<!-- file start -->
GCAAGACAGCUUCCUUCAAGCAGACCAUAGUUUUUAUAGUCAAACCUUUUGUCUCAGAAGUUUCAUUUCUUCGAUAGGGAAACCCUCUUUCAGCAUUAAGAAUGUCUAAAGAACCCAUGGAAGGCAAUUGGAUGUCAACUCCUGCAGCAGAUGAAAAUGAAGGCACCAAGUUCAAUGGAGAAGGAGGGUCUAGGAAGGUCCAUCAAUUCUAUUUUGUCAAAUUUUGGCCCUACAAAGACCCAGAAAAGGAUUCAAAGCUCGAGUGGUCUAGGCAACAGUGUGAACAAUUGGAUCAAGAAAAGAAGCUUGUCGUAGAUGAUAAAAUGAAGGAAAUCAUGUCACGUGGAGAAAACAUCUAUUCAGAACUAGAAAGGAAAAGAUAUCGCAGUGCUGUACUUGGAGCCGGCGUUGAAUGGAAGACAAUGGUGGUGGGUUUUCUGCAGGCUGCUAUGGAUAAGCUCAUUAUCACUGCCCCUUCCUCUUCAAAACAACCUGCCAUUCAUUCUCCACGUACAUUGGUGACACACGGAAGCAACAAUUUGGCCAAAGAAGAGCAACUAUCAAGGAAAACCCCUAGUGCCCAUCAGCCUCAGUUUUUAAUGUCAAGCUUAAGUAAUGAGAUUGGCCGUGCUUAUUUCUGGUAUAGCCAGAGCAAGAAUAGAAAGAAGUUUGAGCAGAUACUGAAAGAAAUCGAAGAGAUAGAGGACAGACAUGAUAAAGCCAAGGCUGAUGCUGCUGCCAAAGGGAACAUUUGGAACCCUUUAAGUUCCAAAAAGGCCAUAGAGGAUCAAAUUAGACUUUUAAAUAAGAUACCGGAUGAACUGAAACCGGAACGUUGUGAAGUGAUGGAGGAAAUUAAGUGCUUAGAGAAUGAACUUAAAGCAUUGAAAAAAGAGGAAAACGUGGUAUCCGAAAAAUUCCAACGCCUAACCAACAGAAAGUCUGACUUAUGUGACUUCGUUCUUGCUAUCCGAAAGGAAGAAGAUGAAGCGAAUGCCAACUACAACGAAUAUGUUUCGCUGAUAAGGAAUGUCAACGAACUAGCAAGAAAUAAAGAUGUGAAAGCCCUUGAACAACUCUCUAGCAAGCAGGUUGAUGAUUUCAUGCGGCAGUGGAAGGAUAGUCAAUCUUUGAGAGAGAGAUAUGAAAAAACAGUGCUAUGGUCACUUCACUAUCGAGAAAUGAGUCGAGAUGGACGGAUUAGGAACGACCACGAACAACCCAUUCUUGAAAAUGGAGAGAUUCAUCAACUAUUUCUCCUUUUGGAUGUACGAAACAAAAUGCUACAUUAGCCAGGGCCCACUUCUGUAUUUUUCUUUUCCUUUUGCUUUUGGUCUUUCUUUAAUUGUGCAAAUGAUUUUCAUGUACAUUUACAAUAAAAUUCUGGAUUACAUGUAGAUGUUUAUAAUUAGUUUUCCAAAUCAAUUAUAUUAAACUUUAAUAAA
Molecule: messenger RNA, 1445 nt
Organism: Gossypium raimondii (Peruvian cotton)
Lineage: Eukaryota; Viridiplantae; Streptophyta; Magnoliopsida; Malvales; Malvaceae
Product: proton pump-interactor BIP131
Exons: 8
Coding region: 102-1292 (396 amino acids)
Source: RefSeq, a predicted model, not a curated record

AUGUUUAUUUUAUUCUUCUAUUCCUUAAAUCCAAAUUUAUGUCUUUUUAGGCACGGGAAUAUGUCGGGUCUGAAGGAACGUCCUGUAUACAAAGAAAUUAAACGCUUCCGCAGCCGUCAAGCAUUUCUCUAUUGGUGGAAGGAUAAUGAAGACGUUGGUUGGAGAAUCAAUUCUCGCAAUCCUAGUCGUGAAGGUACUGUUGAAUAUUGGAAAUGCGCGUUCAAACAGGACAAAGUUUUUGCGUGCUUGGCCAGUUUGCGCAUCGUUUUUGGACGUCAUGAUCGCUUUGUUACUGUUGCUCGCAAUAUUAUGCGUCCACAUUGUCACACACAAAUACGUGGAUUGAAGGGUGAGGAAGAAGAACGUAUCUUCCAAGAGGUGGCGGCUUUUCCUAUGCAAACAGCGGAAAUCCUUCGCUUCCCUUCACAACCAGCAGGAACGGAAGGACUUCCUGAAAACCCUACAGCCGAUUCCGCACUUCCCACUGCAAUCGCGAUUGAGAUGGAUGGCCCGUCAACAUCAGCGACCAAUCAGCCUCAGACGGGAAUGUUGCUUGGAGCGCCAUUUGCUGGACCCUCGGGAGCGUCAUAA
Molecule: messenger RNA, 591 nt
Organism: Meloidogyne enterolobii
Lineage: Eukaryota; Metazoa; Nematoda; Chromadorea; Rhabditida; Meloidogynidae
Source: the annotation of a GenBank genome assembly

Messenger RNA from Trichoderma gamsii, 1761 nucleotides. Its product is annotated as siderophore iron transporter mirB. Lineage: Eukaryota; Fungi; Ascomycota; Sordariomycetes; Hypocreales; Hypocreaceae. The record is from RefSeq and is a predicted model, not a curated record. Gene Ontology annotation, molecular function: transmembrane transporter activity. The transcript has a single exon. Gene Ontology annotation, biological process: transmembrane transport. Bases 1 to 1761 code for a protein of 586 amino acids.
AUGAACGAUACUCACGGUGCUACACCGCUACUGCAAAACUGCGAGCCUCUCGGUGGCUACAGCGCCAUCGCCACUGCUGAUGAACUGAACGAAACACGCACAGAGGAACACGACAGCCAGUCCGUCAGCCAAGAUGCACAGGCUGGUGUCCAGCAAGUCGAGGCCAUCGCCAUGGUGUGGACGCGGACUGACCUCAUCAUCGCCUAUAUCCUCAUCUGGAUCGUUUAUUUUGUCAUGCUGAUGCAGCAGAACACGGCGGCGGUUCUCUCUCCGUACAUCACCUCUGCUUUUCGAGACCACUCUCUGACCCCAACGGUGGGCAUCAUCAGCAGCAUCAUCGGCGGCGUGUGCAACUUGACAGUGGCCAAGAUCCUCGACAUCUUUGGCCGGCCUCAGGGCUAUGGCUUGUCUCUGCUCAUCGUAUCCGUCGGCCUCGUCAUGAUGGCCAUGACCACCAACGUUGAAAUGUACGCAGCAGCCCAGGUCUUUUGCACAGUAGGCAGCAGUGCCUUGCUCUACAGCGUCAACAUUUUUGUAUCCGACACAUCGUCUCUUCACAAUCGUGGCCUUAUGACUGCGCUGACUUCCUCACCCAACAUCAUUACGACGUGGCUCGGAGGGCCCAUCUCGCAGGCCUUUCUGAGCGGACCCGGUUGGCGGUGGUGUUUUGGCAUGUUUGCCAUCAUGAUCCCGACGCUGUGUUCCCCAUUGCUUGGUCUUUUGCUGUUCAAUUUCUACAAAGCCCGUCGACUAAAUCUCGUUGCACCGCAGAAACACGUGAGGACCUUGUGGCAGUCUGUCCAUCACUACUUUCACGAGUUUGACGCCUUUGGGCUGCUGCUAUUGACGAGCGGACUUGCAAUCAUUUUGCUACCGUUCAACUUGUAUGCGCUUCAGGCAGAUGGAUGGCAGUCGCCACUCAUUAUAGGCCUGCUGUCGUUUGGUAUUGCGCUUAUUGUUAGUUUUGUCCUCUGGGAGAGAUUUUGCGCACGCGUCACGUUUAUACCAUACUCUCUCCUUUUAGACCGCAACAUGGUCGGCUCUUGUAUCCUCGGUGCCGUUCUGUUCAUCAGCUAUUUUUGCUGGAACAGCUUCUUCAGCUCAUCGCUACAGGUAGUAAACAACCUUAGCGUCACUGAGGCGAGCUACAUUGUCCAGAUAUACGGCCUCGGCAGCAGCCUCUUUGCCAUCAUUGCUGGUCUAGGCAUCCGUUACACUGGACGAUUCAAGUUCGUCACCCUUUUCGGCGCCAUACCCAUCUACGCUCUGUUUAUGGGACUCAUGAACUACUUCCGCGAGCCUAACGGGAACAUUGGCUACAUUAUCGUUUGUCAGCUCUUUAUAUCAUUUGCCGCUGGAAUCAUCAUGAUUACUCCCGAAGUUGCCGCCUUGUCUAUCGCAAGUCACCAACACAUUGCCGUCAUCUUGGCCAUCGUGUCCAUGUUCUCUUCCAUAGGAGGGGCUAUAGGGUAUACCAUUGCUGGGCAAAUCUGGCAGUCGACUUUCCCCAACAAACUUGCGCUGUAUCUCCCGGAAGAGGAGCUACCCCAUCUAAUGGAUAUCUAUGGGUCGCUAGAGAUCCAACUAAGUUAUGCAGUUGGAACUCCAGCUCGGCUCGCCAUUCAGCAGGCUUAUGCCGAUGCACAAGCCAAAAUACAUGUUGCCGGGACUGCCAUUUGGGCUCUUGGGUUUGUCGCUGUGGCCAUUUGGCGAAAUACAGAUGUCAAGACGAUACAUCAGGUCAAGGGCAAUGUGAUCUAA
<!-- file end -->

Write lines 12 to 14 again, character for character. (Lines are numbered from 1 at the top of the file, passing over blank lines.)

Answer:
Lineage: Eukaryota; Metazoa; Nematoda; Chromadorea; Rhabditida; Meloidogynidae
Source: the annotation of a GenBank genome assembly

Messenger RNA from Trichoderma gamsii, 1761 nucleotides. Its product is annotated as siderophore iron transporter mirB. Lineage: Eukaryota; Fungi; Ascomycota; Sordariomycetes; Hypocreales; Hypocreaceae. The record is from RefSeq and is a predicted model, not a curated record. Gene Ontology annotation, molecular function: transmembrane transporter activity. The transcript has a single exon. Gene Ontology annotation, biological process: transmembrane transport. Bases 1 to 1761 code for a protein of 586 amino acids.